Inside Sports Tech Tokyo’s Aspirations to Be Gateway to Asia for Sports Tech Businesses

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There’s a golden opportunity for global sports tech companies in Asia — and Sports Tech Tokyo is aiming to open up a gateway.

The venture capital firm Scrum Ventures — via its innovation arm, Scrum Studios — and its program partner, Dentsu, lead the mentor-driven accelerator program, although it’s more than just a standard business accelerator.

Scrum Managing Director Michael Proman is spearheading the Studio program and said it won’t be a normal accelerator and instead will focus on creating a community of mentors and curating innovative companies in a variety of stages. Proman said there’s no financial interest in the program for Scrum, but like any altruistic efforts, there are hopes it eventually pays off.

“We think there needs to be a longer, more substantive relationship and we can add value in more ways beyond just an investment vehicle,” Proman said of Scrum’s partnerships with its Japanese partners. “By us working with LPs in more collaborative ways, we give them an incremental value that goes 360 degrees and we get good visibility into sectors we want to make investments in.

“Whether or not we ultimately make investments in participating Studio companies, the fact we’re bringing together the best and brightest will come back to us in some way.”

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The program is currently accepting applications from sports tech companies for 150 slots, with 50 companies slotted each in athlete performance, stadium experience and fan engagement. The company is also looking to round out its roster of over 50 mentors, which Proman described as thought leaders in a variety of positions from the Sacramento Kings to the NCAA.

Dentsu is the primary partner of Sports Tech Tokyo, but a variety of other Japanese partners have been identified to potentially collaborate with the sports tech companies should they solve business problems.

The 150 companies will meet in Tokyo with the program partners in early/mid-April for a curated experience to be connected with partner companies and revenue-generating opportunities.

Following the Sports Tech Tokyo conference, the group of companies is whittled down to 10 to 20 and grouped with partners and mentors for a three-month accelerator, which will largely be virtual relationships to be respectful of the companies’ time and business-building priorities but will also include on-the-ground events in North America as well.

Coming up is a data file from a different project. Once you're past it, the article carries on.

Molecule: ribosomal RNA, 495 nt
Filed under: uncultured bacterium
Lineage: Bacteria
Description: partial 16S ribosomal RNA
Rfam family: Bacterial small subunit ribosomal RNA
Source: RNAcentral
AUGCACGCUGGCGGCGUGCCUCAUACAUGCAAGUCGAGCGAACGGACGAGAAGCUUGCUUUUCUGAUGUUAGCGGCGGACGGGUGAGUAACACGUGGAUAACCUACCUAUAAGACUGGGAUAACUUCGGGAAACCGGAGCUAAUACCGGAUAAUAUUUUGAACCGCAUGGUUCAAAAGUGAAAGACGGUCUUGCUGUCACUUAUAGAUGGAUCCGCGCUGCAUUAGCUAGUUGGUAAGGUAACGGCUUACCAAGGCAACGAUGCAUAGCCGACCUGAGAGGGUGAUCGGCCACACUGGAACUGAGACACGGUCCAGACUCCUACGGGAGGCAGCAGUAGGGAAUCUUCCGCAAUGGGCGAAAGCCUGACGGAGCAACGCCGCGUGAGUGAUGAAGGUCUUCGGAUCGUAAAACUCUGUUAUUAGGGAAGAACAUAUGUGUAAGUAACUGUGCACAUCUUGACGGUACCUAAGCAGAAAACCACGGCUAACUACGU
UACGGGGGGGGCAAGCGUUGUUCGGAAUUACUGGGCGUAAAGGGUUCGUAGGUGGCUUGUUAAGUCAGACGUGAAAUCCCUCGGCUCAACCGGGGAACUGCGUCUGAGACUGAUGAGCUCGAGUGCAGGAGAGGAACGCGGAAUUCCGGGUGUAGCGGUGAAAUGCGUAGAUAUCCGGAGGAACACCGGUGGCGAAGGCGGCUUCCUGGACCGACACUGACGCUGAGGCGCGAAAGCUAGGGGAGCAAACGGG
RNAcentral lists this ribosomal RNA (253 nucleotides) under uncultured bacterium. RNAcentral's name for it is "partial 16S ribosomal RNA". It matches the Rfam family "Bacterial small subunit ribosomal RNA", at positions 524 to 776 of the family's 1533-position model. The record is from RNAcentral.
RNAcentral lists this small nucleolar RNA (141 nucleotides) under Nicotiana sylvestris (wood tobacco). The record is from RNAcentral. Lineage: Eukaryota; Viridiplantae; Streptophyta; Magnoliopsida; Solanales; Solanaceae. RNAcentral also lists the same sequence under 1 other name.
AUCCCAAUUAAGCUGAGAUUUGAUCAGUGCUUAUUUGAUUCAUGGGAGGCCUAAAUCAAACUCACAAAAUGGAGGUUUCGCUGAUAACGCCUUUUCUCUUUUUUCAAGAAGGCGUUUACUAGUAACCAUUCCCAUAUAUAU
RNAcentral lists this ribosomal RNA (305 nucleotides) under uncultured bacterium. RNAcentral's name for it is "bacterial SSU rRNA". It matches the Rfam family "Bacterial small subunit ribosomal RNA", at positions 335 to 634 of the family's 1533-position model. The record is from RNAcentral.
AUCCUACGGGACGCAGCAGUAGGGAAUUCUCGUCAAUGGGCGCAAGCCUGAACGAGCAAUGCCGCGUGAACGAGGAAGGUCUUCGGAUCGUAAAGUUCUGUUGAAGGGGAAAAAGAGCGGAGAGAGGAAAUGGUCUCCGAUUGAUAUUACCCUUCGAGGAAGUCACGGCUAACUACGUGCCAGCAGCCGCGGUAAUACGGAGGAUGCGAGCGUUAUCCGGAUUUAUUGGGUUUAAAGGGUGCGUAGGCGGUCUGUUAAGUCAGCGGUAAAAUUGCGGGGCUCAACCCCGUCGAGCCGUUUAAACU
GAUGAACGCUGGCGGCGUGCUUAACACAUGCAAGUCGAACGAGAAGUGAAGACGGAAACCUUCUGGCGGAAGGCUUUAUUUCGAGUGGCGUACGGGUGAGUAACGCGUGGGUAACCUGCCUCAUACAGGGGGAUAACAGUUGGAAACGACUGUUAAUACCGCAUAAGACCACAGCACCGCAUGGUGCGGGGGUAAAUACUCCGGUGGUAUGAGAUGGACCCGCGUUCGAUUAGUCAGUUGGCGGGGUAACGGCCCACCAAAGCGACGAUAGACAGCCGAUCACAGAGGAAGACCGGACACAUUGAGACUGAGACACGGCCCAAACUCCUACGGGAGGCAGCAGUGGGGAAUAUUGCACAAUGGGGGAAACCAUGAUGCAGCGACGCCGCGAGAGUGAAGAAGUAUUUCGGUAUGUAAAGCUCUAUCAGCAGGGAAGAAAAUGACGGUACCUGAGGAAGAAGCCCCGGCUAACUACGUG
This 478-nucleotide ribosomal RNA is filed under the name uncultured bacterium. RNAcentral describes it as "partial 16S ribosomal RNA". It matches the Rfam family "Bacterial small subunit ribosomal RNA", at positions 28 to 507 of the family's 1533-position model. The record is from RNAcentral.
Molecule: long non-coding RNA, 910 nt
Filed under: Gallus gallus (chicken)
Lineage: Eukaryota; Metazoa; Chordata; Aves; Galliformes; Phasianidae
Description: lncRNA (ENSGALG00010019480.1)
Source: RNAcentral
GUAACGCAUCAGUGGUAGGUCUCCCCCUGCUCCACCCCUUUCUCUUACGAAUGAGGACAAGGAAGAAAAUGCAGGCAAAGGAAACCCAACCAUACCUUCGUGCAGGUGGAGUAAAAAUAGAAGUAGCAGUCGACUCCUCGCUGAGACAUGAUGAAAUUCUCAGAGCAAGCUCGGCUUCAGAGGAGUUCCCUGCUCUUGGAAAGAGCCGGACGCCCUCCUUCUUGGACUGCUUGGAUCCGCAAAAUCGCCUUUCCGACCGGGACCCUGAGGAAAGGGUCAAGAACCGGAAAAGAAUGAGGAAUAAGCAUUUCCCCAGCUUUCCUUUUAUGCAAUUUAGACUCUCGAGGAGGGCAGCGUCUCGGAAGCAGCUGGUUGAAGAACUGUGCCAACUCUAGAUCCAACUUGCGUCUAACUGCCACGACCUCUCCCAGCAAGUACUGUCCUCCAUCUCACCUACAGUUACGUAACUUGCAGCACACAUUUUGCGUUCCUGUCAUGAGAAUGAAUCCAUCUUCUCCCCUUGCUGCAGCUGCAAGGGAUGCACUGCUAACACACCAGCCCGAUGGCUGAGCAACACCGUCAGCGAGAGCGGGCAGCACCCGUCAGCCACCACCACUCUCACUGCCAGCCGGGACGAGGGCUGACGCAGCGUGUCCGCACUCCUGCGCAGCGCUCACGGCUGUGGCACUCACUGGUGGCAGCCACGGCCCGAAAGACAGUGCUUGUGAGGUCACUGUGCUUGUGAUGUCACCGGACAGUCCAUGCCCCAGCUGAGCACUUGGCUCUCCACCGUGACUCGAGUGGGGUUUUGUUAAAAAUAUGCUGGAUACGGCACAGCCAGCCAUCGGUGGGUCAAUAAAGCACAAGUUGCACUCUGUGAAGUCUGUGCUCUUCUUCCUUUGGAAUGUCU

“The final cohort will not just be the companies that have raised the most or at the latest stage, but those that best are positioned to solve the problems and opportunities identified within our very diverse partner community in Japan,” Proman said.

Not only might the community lead to new funds for tech companies, but it could also lead to major partnerships with existing companies, such as Panasonic and Nintendo — previous Studio partners of Scrum Ventures.

“We’re trying to rework and reinvent an antiquated accelerator process,” Proman said. “There’s a lot of great things about them, but there’s a connotation that if you graduate from seed status, you’re good to go. But getting to the next milestone isn’t attainable to some and there’s this abyss that great companies and good ideas go to die. It’s unfortunate and we want to be part of the bridge to real revenue opportunities.”

Despite a rapidly growing sports market in Asia, Proman said there’s a significant lack of sports tech companies in the region. Sports Tech Tokyo will be focused on Japan, as the 2020 Summer Olympics and 2019 Rugby World Cup will be held there, but a wider approach is likely too as the 2022 Winter Olympics will be in China.

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“Right now in sports, Japan is really top of mind,” Proman said. “This is only chapter one, these programs can exist in other areas like Shanghai, Beijing, and Singapore.

“We feel like we can own that trans-Pacific gateway and be that liaison and facilitator.”

Along with the need to bring the most innovative sports tech companies to Asia, the industry itself lags behind others in attracting VC funds, Proman said. Now the industries are catching up as data analytics and quantitative insights are emerging not only in performance but fan engagement.

“Sports tech is underinvested, but key players are catching up. Even things like sports gambling and esports, these emerging silos are being invested in or have massive potential to scale even further,” he said, adding the community they are building transcends Asia. “We’d love to believe this community will encapsulate the best and brightest all over the world, pairing and curating relationships that have universal benefit – irrespective of our focus in APAC.”